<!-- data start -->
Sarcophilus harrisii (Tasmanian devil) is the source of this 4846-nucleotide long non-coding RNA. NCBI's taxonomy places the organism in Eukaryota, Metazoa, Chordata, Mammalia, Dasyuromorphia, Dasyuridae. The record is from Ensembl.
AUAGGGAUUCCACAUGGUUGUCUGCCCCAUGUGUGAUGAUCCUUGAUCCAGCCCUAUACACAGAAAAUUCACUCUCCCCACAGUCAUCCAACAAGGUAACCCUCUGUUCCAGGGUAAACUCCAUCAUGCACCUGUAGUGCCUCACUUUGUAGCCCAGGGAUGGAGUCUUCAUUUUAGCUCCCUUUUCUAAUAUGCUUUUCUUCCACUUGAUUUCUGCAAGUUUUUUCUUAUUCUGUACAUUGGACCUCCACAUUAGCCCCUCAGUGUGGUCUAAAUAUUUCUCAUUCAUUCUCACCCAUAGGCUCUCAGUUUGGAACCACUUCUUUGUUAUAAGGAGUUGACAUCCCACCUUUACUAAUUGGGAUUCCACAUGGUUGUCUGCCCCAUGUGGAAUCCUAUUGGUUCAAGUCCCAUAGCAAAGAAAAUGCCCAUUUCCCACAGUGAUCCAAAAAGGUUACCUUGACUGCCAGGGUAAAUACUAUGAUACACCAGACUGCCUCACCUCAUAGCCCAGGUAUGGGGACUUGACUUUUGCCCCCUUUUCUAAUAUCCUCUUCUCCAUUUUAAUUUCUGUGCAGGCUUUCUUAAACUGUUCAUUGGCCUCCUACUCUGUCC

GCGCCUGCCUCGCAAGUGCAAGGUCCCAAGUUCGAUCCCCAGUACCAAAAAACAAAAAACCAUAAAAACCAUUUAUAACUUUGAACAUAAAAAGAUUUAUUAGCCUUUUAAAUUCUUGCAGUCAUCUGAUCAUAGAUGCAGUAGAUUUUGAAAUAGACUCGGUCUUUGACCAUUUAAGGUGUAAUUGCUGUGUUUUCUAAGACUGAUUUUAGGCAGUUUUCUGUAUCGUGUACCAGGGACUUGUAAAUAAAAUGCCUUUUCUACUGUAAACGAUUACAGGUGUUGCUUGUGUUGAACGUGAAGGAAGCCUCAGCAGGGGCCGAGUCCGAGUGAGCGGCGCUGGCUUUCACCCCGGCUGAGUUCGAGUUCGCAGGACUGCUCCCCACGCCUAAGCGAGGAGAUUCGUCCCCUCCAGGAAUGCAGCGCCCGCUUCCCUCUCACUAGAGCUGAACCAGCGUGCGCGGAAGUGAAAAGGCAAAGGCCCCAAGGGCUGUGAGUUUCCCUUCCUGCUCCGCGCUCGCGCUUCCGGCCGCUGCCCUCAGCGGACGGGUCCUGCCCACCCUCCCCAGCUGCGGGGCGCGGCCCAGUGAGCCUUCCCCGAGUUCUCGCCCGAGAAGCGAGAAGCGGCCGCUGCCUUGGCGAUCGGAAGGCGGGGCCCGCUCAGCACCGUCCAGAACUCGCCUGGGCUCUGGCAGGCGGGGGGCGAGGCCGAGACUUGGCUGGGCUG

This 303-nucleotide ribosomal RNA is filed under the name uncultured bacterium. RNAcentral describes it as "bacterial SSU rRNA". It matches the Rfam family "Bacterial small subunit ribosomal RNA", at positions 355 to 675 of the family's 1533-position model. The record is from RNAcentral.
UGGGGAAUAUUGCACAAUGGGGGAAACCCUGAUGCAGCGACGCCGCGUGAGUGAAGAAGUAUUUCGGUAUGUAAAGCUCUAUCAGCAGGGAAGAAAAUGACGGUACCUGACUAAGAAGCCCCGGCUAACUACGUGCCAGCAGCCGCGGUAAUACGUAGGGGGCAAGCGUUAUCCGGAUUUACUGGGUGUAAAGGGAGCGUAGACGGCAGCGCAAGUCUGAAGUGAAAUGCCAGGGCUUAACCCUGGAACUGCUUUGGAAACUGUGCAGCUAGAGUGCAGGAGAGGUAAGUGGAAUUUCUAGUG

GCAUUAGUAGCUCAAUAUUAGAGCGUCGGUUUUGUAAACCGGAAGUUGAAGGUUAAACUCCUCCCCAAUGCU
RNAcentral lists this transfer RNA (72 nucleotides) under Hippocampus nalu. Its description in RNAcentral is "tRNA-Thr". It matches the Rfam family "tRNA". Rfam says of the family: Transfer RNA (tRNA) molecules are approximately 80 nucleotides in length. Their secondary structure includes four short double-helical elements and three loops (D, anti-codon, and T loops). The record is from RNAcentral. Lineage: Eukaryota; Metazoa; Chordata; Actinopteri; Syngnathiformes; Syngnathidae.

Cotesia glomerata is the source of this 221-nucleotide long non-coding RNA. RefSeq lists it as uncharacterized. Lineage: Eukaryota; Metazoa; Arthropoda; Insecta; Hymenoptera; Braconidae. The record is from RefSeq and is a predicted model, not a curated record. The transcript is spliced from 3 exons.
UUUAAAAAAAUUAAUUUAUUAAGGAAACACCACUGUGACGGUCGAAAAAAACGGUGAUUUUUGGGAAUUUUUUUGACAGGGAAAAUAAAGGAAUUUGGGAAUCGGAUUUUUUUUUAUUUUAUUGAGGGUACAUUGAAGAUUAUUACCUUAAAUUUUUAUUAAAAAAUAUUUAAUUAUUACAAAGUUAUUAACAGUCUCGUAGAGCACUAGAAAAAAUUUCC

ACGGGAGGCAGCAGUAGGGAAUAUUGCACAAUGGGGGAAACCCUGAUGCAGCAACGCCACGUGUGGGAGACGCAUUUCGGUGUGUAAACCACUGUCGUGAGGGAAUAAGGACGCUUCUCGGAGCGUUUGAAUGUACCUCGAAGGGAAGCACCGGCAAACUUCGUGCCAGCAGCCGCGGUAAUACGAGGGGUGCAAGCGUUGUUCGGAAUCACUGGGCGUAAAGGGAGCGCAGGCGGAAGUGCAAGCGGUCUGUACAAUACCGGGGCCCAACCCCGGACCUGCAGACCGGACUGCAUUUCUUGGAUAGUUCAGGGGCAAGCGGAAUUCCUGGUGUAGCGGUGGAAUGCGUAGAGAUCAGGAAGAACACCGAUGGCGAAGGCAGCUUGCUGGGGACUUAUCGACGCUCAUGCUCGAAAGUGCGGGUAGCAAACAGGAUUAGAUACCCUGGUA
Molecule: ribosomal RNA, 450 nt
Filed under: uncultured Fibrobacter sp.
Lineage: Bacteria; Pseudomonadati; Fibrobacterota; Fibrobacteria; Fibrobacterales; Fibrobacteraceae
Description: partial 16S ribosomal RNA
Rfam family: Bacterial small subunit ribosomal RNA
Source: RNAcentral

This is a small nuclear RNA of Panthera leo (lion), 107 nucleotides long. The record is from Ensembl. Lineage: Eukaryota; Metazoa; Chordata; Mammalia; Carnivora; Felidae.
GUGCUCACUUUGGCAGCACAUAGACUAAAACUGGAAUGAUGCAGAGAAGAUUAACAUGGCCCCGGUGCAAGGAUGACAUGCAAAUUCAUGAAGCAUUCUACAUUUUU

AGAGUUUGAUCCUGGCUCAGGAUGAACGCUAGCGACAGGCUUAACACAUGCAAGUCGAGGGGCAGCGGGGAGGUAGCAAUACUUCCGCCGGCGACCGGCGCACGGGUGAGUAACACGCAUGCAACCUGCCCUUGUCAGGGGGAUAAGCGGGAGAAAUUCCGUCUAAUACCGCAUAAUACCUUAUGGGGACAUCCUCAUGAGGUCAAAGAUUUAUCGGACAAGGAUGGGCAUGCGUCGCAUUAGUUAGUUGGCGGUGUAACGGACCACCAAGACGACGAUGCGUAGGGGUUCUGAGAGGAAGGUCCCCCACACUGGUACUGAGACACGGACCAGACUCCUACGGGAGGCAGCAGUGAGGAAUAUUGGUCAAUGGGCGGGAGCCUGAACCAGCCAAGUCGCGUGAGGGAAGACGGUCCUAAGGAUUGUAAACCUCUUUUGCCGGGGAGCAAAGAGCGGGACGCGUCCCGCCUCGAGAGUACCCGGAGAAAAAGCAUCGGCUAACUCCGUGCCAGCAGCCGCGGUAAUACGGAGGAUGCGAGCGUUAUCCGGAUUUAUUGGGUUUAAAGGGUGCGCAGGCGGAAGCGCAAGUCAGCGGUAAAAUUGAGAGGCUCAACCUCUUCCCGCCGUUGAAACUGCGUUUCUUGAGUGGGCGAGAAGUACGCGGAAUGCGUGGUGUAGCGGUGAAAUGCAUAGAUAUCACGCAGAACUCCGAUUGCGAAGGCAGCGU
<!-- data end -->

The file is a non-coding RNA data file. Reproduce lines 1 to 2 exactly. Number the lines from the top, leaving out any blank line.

Sarcophilus harrisii (Tasmanian devil) is the source of this 4846-nucleotide long non-coding RNA. NCBI's taxonomy places the organism in Eukaryota, Metazoa, Chordata, Mammalia, Dasyuromorphia, Dasyuridae. The record is from Ensembl.
AUAGGGAUUCCACAUGGUUGUCUGCCCCAUGUGUGAUGAUCCUUGAUCCAGCCCUAUACACAGAAAAUUCACUCUCCCCACAGUCAUCCAACAAGGUAACCCUCUGUUCCAGGGUAAACUCCAUCAUGCACCUGUAGUGCCUCACUUUGUAGCCCAGGGAUGGAGUCUUCAUUUUAGCUCCCUUUUCUAAUAUGCUUUUCUUCCACUUGAUUUCUGCAAGUUUUUUCUUAUUCUGUACAUUGGACCUCCACAUUAGCCCCUCAGUGUGGUCUAAAUAUUUCUCAUUCAUUCUCACCCAUAGGCUCUCAGUUUGGAACCACUUCUUUGUUAUAAGGAGUUGACAUCCCACCUUUACUAAUUGGGAUUCCACAUGGUUGUCUGCCCCAUGUGGAAUCCUAUUGGUUCAAGUCCCAUAGCAAAGAAAAUGCCCAUUUCCCACAGUGAUCCAAAAAGGUUACCUUGACUGCCAGGGUAAAUACUAUGAUACACCAGACUGCCUCACCUCAUAGCCCAGGUAUGGGGACUUGACUUUUGCCCCCUUUUCUAAUAUCCUCUUCUCCAUUUUAAUUUCUGUGCAGGCUUUCUUAAACUGUUCAUUGGCCUCCUACUCUGUCC